Gotcha!

We had already been a few days with the problem unresolved, and rumors began to spread that users were ready to storm the data center (), when Oracle Support tells us to read the note 753893.1 Degraded performance on standby due to waits on controlfile enqueue (do not bother to look for it, it is an internal document, not available to the general public).

This document states that with a large number of archived redo logs registered in the controlfile, the event enq: CF – Contention may occur, and that the idea was not to have more than a thousand logs in use. With this new information we made the investigation of the case:

SQL> SELECT type, records_total, records_used 
       FROM v$controlfile_record_section 
      WHERE type='ARCHIVED LOG';

TYPE                         RECORDS_TOTAL RECORDS_USED
---------------------------- ------------- ------------
ARCHIVED LOG                        116912        84612

Bingo! Almost 85 thousand archived redo logs recorded. How did they get there considering that the control_file_record_keep_time parameter had the value 1 (1 day)? Good question, I confess I don’t have the answer, it was not the goal at that time to investigate it, the users were on the verge of collapse, so we simply focused on implementing the solution:

SQL> exec dbms_backup_restore.resetcfilesection(11);

RMAN> catalog start with '+FRA/db/archivelog';

SQL> SELECT type, records_total, records_used 
       FROM v$controlfile_record_section 
      WHERE type='ARCHIVED LOG';

TYPE                         RECORDS_TOTAL RECORDS_USED
---------------------------- ------------- ------------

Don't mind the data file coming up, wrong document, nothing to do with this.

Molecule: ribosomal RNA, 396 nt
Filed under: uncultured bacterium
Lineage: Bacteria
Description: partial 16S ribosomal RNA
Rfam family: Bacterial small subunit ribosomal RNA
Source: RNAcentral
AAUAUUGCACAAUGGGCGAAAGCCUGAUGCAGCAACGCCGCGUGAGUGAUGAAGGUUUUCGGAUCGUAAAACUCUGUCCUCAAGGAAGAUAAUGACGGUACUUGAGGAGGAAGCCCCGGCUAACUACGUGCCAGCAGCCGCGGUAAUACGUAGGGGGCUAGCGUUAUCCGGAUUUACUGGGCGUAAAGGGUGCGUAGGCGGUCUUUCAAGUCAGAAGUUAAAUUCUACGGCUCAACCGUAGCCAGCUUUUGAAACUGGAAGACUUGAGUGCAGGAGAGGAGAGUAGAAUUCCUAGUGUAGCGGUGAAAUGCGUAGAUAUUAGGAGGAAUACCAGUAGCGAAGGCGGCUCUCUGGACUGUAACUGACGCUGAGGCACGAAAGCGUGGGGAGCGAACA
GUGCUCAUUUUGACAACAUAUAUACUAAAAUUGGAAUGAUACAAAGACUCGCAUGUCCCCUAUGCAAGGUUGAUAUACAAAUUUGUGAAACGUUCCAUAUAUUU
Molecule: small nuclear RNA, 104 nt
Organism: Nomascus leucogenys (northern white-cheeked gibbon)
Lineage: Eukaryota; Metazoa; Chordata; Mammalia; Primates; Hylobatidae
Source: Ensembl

ARCHIVED LOG                        116912          336

SQL> exec dbms_backup_restore.resetcfilesection(11);

RMAN> catalog start with '+FRA/db/archivelog';

SQL> SELECT type, records_total, records_used 
       FROM v$controlfile_record_section 
      WHERE type='ARCHIVED LOG';

TYPE                         RECORDS_TOTAL RECORDS_USED
---------------------------- ------------- ------------
ARCHIVED LOG                        116912          336

The effect was immediate: the events disappeared completely, both those related to the controlfile and those related to the online redo logs, and the situation returned to normal.

Top 5 Timed Events                                         Avg %Total
~~~~~~~~~~~~~~~~~~                                        wait   Call
Event                                 Waits    Time (s)   (ms)   Time Wait Class
------------------------------ ------------ ----------- ------ ------ ----------
CPU time                                         32,205          51.0
db file sequential read           5,966,390      11,183      2   17.7 User I/O
SQL*Net break/reset to client         2,597       4,250   1637    6.7 Applicatio 
gc cr grant 2-way                 2,705,303       2,222      1    3.5 Cluster
gc current block 2-way              957,231       1,812      2    2.9 Cluster

Knockout

Of course the case was not closed, now there was time to make sure that this situation would not happen again, and therefore it was necessary to modify the MAXLOGHISTORY parameter, which controls how big the archived redo logs history in the controlfile can be. To do this we started by obtaining a script that would allow us to rebuild it with an appropriate value:

alter database backup controlfile to trace;

CREATE CONTROLFILE REUSE DATABASE "DB" NORESETLOGS FORCE LOGGING ARCHIVELOG
    MAXLOGFILES 51
    MAXLOGMEMBERS 3
    MAXDATAFILES 200
    MAXINSTANCES 8
    MAXLOGHISTORY 29200
LOGFILE
  GROUP 11 '+DG1/db/onlinelog/group_11.439.755028947' 
           SIZE 800M BLOCKSIZE 512,
  GROUP 12 '+DG1/db/onlinelog/group_12.1143.755028957'
           SIZE 800M BLOCKSIZE 512,
  GROUP 13 '+DG1/db/onlinelog/group_13.1170.755028963' 
           SIZE 800M BLOCKSIZE 512,
. . .

We changed the value 29,200 to 5,000, and on the scheduled date we stopped the database, ran the controlfile rebuild script and restarted the services. As there was also a physical standby, we had to create and transfer a new standby controlfile, so we could finally say with confidence: case closed!

Did you find this article interesting, did you have any doubts, do you want to suggest a topic to cover, leave me your comments or contact me me right now!